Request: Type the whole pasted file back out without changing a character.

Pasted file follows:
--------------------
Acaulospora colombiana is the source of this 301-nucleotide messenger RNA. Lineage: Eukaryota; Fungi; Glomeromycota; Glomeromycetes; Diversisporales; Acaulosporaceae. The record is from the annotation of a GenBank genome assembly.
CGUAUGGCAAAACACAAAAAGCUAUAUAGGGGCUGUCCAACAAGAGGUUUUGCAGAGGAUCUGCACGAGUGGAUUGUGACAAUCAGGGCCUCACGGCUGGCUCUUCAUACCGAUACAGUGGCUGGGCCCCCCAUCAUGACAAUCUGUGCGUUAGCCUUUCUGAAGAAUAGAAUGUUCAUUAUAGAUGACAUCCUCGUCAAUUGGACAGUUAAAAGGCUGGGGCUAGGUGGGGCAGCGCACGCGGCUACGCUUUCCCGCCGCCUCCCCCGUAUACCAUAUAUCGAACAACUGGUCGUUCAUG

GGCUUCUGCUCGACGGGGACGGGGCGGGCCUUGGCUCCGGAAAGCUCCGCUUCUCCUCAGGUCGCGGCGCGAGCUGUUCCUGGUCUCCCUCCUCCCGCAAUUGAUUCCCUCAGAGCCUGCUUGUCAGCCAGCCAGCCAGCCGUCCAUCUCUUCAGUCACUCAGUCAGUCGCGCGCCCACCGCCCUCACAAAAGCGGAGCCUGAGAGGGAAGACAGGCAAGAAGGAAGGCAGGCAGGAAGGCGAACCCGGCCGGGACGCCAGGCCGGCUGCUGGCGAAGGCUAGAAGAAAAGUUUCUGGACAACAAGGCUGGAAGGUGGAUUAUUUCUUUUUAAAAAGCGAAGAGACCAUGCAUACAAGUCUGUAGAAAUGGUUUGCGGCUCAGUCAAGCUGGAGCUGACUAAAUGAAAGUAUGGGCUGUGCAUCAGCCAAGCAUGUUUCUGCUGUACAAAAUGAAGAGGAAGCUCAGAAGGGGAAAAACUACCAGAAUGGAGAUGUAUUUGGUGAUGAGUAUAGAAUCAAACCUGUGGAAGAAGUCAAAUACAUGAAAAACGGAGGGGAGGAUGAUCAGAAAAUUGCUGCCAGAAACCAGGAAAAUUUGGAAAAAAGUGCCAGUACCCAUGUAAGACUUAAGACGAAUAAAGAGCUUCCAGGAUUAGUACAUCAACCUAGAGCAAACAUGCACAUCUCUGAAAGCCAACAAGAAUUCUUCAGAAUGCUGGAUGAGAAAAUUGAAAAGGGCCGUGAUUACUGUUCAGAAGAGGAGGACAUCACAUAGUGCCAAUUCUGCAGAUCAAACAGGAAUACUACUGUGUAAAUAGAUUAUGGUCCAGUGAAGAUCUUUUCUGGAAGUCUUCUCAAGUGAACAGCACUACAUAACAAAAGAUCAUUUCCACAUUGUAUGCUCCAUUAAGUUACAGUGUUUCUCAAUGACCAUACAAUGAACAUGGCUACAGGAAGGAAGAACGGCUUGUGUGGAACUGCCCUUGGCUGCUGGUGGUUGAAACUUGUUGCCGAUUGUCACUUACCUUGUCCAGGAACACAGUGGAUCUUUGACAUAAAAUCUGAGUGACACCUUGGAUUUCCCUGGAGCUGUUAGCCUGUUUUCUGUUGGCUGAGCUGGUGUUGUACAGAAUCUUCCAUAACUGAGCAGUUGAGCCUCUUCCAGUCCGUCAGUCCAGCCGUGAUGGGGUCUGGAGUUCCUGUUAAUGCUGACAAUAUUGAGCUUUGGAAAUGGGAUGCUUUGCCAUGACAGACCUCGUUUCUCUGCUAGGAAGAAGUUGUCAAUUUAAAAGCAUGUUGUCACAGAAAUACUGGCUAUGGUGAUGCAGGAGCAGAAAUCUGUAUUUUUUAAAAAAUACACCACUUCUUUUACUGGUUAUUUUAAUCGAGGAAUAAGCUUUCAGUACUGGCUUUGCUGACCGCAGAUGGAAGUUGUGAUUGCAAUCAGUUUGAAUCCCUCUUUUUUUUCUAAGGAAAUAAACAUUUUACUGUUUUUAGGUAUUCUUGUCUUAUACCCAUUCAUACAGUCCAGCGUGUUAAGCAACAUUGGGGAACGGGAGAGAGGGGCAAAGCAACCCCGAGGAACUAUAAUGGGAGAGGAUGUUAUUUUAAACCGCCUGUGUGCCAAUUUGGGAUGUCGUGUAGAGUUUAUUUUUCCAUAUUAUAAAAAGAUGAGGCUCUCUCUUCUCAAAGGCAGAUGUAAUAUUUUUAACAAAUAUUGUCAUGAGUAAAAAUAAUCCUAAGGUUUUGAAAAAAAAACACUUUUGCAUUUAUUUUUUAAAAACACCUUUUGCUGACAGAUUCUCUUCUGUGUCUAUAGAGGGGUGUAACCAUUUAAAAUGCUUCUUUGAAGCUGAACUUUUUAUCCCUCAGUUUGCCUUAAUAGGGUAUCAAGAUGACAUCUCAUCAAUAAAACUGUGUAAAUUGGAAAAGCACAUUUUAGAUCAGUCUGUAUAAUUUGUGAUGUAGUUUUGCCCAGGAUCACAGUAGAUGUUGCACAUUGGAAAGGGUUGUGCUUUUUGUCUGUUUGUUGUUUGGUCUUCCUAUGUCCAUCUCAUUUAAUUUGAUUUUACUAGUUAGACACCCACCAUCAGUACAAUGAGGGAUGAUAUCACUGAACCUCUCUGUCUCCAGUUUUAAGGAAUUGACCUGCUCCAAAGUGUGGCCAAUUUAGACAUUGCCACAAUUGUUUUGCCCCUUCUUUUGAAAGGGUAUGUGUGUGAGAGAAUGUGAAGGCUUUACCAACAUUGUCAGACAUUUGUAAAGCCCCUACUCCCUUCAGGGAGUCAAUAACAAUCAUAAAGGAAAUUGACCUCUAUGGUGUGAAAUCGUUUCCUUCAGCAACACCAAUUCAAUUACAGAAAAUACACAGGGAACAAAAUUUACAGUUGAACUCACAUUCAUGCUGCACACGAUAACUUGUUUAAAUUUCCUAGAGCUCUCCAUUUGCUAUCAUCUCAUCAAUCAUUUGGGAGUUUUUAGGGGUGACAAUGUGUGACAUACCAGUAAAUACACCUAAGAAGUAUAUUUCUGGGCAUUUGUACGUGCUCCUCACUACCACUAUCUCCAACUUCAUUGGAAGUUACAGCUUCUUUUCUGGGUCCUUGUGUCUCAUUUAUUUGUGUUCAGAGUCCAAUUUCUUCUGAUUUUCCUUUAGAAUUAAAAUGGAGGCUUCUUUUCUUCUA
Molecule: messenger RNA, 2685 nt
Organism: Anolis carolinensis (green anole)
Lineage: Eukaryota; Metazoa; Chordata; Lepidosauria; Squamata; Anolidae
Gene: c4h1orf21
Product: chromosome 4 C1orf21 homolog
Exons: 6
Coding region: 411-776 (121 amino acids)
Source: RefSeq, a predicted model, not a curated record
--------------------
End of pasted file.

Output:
Acaulospora colombiana is the source of this 301-nucleotide messenger RNA. Lineage: Eukaryota; Fungi; Glomeromycota; Glomeromycetes; Diversisporales; Acaulosporaceae. The record is from the annotation of a GenBank genome assembly.
CGUAUGGCAAAACACAAAAAGCUAUAUAGGGGCUGUCCAACAAGAGGUUUUGCAGAGGAUCUGCACGAGUGGAUUGUGACAAUCAGGGCCUCACGGCUGGCUCUUCAUACCGAUACAGUGGCUGGGCCCCCCAUCAUGACAAUCUGUGCGUUAGCCUUUCUGAAGAAUAGAAUGUUCAUUAUAGAUGACAUCCUCGUCAAUUGGACAGUUAAAAGGCUGGGGCUAGGUGGGGCAGCGCACGCGGCUACGCUUUCCCGCCGCCUCCCCCGUAUACCAUAUAUCGAACAACUGGUCGUUCAUG

GGCUUCUGCUCGACGGGGACGGGGCGGGCCUUGGCUCCGGAAAGCUCCGCUUCUCCUCAGGUCGCGGCGCGAGCUGUUCCUGGUCUCCCUCCUCCCGCAAUUGAUUCCCUCAGAGCCUGCUUGUCAGCCAGCCAGCCAGCCGUCCAUCUCUUCAGUCACUCAGUCAGUCGCGCGCCCACCGCCCUCACAAAAGCGGAGCCUGAGAGGGAAGACAGGCAAGAAGGAAGGCAGGCAGGAAGGCGAACCCGGCCGGGACGCCAGGCCGGCUGCUGGCGAAGGCUAGAAGAAAAGUUUCUGGACAACAAGGCUGGAAGGUGGAUUAUUUCUUUUUAAAAAGCGAAGAGACCAUGCAUACAAGUCUGUAGAAAUGGUUUGCGGCUCAGUCAAGCUGGAGCUGACUAAAUGAAAGUAUGGGCUGUGCAUCAGCCAAGCAUGUUUCUGCUGUACAAAAUGAAGAGGAAGCUCAGAAGGGGAAAAACUACCAGAAUGGAGAUGUAUUUGGUGAUGAGUAUAGAAUCAAACCUGUGGAAGAAGUCAAAUACAUGAAAAACGGAGGGGAGGAUGAUCAGAAAAUUGCUGCCAGAAACCAGGAAAAUUUGGAAAAAAGUGCCAGUACCCAUGUAAGACUUAAGACGAAUAAAGAGCUUCCAGGAUUAGUACAUCAACCUAGAGCAAACAUGCACAUCUCUGAAAGCCAACAAGAAUUCUUCAGAAUGCUGGAUGAGAAAAUUGAAAAGGGCCGUGAUUACUGUUCAGAAGAGGAGGACAUCACAUAGUGCCAAUUCUGCAGAUCAAACAGGAAUACUACUGUGUAAAUAGAUUAUGGUCCAGUGAAGAUCUUUUCUGGAAGUCUUCUCAAGUGAACAGCACUACAUAACAAAAGAUCAUUUCCACAUUGUAUGCUCCAUUAAGUUACAGUGUUUCUCAAUGACCAUACAAUGAACAUGGCUACAGGAAGGAAGAACGGCUUGUGUGGAACUGCCCUUGGCUGCUGGUGGUUGAAACUUGUUGCCGAUUGUCACUUACCUUGUCCAGGAACACAGUGGAUCUUUGACAUAAAAUCUGAGUGACACCUUGGAUUUCCCUGGAGCUGUUAGCCUGUUUUCUGUUGGCUGAGCUGGUGUUGUACAGAAUCUUCCAUAACUGAGCAGUUGAGCCUCUUCCAGUCCGUCAGUCCAGCCGUGAUGGGGUCUGGAGUUCCUGUUAAUGCUGACAAUAUUGAGCUUUGGAAAUGGGAUGCUUUGCCAUGACAGACCUCGUUUCUCUGCUAGGAAGAAGUUGUCAAUUUAAAAGCAUGUUGUCACAGAAAUACUGGCUAUGGUGAUGCAGGAGCAGAAAUCUGUAUUUUUUAAAAAAUACACCACUUCUUUUACUGGUUAUUUUAAUCGAGGAAUAAGCUUUCAGUACUGGCUUUGCUGACCGCAGAUGGAAGUUGUGAUUGCAAUCAGUUUGAAUCCCUCUUUUUUUUCUAAGGAAAUAAACAUUUUACUGUUUUUAGGUAUUCUUGUCUUAUACCCAUUCAUACAGUCCAGCGUGUUAAGCAACAUUGGGGAACGGGAGAGAGGGGCAAAGCAACCCCGAGGAACUAUAAUGGGAGAGGAUGUUAUUUUAAACCGCCUGUGUGCCAAUUUGGGAUGUCGUGUAGAGUUUAUUUUUCCAUAUUAUAAAAAGAUGAGGCUCUCUCUUCUCAAAGGCAGAUGUAAUAUUUUUAACAAAUAUUGUCAUGAGUAAAAAUAAUCCUAAGGUUUUGAAAAAAAAACACUUUUGCAUUUAUUUUUUAAAAACACCUUUUGCUGACAGAUUCUCUUCUGUGUCUAUAGAGGGGUGUAACCAUUUAAAAUGCUUCUUUGAAGCUGAACUUUUUAUCCCUCAGUUUGCCUUAAUAGGGUAUCAAGAUGACAUCUCAUCAAUAAAACUGUGUAAAUUGGAAAAGCACAUUUUAGAUCAGUCUGUAUAAUUUGUGAUGUAGUUUUGCCCAGGAUCACAGUAGAUGUUGCACAUUGGAAAGGGUUGUGCUUUUUGUCUGUUUGUUGUUUGGUCUUCCUAUGUCCAUCUCAUUUAAUUUGAUUUUACUAGUUAGACACCCACCAUCAGUACAAUGAGGGAUGAUAUCACUGAACCUCUCUGUCUCCAGUUUUAAGGAAUUGACCUGCUCCAAAGUGUGGCCAAUUUAGACAUUGCCACAAUUGUUUUGCCCCUUCUUUUGAAAGGGUAUGUGUGUGAGAGAAUGUGAAGGCUUUACCAACAUUGUCAGACAUUUGUAAAGCCCCUACUCCCUUCAGGGAGUCAAUAACAAUCAUAAAGGAAAUUGACCUCUAUGGUGUGAAAUCGUUUCCUUCAGCAACACCAAUUCAAUUACAGAAAAUACACAGGGAACAAAAUUUACAGUUGAACUCACAUUCAUGCUGCACACGAUAACUUGUUUAAAUUUCCUAGAGCUCUCCAUUUGCUAUCAUCUCAUCAAUCAUUUGGGAGUUUUUAGGGGUGACAAUGUGUGACAUACCAGUAAAUACACCUAAGAAGUAUAUUUCUGGGCAUUUGUACGUGCUCCUCACUACCACUAUCUCCAACUUCAUUGGAAGUUACAGCUUCUUUUCUGGGUCCUUGUGUCUCAUUUAUUUGUGUUCAGAGUCCAAUUUCUUCUGAUUUUCCUUUAGAAUUAAAAUGGAGGCUUCUUUUCUUCUA
Molecule: messenger RNA, 2685 nt
Organism: Anolis carolinensis (green anole)
Lineage: Eukaryota; Metazoa; Chordata; Lepidosauria; Squamata; Anolidae
Gene: c4h1orf21
Product: chromosome 4 C1orf21 homolog
Exons: 6
Coding region: 411-776 (121 amino acids)
Source: RefSeq, a predicted model, not a curated record